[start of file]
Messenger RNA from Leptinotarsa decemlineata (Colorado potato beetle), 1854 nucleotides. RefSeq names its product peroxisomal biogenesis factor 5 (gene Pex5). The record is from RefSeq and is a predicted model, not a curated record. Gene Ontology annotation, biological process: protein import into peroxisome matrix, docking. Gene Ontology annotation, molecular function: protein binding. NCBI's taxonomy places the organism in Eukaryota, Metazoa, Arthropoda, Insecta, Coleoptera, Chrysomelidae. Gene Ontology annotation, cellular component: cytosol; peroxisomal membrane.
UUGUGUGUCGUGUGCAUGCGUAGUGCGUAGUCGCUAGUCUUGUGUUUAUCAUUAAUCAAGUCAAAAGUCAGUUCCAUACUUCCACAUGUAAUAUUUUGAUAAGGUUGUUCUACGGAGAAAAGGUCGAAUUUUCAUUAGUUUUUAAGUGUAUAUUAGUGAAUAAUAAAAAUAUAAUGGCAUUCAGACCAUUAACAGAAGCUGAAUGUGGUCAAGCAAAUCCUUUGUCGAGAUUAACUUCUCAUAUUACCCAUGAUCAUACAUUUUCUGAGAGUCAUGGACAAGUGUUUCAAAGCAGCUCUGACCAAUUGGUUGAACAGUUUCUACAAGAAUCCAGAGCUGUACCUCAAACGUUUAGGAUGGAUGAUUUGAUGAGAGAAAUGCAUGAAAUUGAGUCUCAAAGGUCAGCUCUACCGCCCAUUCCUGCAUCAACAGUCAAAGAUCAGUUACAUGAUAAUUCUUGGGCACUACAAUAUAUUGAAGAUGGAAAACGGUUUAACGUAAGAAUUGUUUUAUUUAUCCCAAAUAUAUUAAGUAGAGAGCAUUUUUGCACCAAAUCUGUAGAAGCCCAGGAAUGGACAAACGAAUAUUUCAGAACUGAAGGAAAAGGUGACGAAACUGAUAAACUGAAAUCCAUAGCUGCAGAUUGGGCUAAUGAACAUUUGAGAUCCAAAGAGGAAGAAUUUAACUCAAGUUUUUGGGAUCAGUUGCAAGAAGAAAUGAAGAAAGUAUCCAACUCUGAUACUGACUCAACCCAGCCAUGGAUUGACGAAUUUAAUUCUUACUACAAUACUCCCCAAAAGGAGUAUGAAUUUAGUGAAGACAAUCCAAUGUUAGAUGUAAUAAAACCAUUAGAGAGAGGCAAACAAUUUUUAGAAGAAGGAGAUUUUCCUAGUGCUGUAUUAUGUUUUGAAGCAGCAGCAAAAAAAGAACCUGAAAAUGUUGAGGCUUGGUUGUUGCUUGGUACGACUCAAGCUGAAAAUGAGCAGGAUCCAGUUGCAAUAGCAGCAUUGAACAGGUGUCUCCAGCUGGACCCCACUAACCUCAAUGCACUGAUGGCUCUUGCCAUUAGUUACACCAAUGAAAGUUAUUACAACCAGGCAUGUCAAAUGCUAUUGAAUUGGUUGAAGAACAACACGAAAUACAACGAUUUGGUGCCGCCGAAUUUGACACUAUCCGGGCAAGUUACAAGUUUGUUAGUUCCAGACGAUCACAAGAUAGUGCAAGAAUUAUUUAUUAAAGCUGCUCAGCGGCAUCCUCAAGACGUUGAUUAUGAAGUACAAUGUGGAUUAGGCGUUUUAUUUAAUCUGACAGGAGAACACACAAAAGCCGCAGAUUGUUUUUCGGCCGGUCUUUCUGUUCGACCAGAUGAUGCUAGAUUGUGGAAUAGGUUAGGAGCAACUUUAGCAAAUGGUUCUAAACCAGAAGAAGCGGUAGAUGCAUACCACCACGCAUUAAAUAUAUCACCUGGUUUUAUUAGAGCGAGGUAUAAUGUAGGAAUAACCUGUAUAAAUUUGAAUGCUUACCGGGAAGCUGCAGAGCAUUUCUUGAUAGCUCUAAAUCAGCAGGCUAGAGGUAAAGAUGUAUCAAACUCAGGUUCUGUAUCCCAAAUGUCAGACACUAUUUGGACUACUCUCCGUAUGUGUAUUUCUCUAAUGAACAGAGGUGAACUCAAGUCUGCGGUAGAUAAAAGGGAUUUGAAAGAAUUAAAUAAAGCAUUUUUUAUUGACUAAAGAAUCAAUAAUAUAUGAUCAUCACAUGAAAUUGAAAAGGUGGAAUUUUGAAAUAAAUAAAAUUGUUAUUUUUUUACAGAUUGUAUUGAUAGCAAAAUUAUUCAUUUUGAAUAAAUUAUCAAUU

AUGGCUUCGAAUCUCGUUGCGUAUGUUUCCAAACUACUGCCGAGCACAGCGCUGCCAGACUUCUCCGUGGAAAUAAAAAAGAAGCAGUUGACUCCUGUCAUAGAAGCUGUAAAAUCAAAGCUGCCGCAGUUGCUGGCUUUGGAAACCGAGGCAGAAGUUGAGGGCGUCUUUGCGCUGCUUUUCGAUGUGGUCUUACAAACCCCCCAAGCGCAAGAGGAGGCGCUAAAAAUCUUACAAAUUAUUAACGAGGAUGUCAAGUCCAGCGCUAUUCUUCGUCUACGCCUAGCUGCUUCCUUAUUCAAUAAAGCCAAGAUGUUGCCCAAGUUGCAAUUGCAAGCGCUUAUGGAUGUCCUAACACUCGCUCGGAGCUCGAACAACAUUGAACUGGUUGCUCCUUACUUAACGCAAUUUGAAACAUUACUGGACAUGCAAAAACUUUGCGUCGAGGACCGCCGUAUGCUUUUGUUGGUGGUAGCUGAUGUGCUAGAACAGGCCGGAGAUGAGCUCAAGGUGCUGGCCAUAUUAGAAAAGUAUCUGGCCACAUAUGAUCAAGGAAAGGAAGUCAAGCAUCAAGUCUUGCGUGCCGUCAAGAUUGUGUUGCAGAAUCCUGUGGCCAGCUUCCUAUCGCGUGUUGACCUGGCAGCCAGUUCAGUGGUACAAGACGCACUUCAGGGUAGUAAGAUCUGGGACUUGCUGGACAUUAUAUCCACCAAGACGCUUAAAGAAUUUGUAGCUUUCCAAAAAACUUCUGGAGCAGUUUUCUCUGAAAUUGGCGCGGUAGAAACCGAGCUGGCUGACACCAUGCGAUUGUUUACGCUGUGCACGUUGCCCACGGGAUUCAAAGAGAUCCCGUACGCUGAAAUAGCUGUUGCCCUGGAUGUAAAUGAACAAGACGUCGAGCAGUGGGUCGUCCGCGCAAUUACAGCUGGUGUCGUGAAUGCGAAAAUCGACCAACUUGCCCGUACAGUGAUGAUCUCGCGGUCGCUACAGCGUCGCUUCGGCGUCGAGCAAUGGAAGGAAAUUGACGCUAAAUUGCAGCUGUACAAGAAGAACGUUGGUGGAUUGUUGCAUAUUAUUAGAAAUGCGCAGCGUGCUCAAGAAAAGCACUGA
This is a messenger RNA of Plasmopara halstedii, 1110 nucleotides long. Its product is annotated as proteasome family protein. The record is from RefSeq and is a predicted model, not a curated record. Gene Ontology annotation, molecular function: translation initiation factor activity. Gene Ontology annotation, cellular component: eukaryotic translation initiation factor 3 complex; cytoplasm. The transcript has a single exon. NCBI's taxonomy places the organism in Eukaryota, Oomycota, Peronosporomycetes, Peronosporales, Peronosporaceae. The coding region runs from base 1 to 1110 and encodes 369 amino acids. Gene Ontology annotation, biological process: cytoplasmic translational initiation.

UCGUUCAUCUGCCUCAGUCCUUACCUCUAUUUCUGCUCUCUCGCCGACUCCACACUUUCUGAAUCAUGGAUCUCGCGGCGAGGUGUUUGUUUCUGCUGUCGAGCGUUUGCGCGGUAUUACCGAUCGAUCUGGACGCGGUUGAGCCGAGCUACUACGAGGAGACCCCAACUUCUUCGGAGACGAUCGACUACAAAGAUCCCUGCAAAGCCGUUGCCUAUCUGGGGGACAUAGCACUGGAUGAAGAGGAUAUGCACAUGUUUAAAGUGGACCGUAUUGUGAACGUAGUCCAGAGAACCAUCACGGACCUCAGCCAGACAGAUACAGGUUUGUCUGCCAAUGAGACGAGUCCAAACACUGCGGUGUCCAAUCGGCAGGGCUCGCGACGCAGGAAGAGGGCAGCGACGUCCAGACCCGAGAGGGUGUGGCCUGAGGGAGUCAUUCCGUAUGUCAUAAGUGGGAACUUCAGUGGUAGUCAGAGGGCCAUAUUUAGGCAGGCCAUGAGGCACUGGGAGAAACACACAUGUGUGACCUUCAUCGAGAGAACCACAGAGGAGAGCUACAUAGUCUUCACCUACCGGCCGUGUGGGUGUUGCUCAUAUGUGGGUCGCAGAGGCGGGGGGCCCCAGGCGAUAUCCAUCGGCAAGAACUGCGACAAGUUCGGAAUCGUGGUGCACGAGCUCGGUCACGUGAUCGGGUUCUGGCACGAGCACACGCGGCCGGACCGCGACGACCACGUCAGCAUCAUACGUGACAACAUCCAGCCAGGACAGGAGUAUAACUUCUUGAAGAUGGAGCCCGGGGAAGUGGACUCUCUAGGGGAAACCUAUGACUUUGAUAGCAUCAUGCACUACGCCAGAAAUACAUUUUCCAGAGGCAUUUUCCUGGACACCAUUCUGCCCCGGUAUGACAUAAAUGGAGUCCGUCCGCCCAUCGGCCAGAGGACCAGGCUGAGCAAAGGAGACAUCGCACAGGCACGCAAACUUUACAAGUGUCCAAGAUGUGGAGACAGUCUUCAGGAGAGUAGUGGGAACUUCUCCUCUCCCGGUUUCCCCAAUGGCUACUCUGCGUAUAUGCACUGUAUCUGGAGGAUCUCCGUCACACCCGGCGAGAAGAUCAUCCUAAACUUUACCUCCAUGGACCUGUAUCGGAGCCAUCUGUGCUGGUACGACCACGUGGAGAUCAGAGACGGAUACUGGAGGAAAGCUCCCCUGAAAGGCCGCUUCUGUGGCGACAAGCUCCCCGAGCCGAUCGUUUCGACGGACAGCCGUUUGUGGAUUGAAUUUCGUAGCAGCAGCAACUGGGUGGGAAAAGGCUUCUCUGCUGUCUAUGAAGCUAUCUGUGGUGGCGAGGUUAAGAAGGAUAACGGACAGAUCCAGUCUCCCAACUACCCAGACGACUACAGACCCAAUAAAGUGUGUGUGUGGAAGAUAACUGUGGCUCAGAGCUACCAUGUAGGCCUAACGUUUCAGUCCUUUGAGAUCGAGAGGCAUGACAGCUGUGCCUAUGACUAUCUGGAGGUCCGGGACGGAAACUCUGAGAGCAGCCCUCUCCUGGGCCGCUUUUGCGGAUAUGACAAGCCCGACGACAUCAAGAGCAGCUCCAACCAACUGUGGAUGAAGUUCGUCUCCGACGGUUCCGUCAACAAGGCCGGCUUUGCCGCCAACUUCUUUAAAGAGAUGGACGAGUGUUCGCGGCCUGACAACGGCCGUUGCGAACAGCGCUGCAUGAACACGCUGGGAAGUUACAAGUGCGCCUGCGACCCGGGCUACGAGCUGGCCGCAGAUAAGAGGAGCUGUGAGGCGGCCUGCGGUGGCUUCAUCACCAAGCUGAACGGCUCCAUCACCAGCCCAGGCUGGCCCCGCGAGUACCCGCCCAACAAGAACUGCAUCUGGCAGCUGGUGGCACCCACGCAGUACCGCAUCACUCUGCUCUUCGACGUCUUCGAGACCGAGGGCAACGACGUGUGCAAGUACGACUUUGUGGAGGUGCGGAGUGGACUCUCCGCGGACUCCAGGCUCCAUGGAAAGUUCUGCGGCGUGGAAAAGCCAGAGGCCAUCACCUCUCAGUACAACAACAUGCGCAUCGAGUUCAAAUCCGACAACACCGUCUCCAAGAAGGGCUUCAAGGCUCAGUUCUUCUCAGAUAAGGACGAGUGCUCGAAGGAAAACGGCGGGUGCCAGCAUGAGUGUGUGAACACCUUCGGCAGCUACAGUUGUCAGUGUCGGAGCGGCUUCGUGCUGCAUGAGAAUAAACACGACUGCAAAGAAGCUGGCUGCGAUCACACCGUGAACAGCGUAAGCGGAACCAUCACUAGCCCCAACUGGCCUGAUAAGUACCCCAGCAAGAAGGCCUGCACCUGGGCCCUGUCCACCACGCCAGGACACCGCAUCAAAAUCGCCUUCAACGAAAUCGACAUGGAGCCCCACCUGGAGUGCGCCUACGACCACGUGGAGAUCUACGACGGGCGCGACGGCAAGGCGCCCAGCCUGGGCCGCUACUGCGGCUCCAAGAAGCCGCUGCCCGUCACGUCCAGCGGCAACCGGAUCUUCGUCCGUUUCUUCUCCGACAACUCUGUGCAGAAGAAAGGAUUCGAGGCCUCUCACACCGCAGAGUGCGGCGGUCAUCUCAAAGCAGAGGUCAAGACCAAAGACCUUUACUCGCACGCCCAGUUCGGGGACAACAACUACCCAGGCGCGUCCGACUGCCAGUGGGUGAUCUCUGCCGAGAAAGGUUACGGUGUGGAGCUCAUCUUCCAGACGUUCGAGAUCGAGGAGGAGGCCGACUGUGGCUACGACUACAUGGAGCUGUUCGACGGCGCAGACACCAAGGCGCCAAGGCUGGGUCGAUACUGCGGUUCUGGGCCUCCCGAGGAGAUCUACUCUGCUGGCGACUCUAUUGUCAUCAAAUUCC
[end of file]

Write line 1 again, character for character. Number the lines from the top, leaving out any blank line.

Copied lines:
Messenger RNA from Leptinotarsa decemlineata (Colorado potato beetle), 1854 nucleotides. RefSeq names its product peroxisomal biogenesis factor 5 (gene Pex5). The record is from RefSeq and is a predicted model, not a curated record. Gene Ontology annotation, biological process: protein import into peroxisome matrix, docking. Gene Ontology annotation, molecular function: protein binding. NCBI's taxonomy places the organism in Eukaryota, Metazoa, Arthropoda, Insecta, Coleoptera, Chrysomelidae. Gene Ontology annotation, cellular component: cytosol; peroxisomal membrane.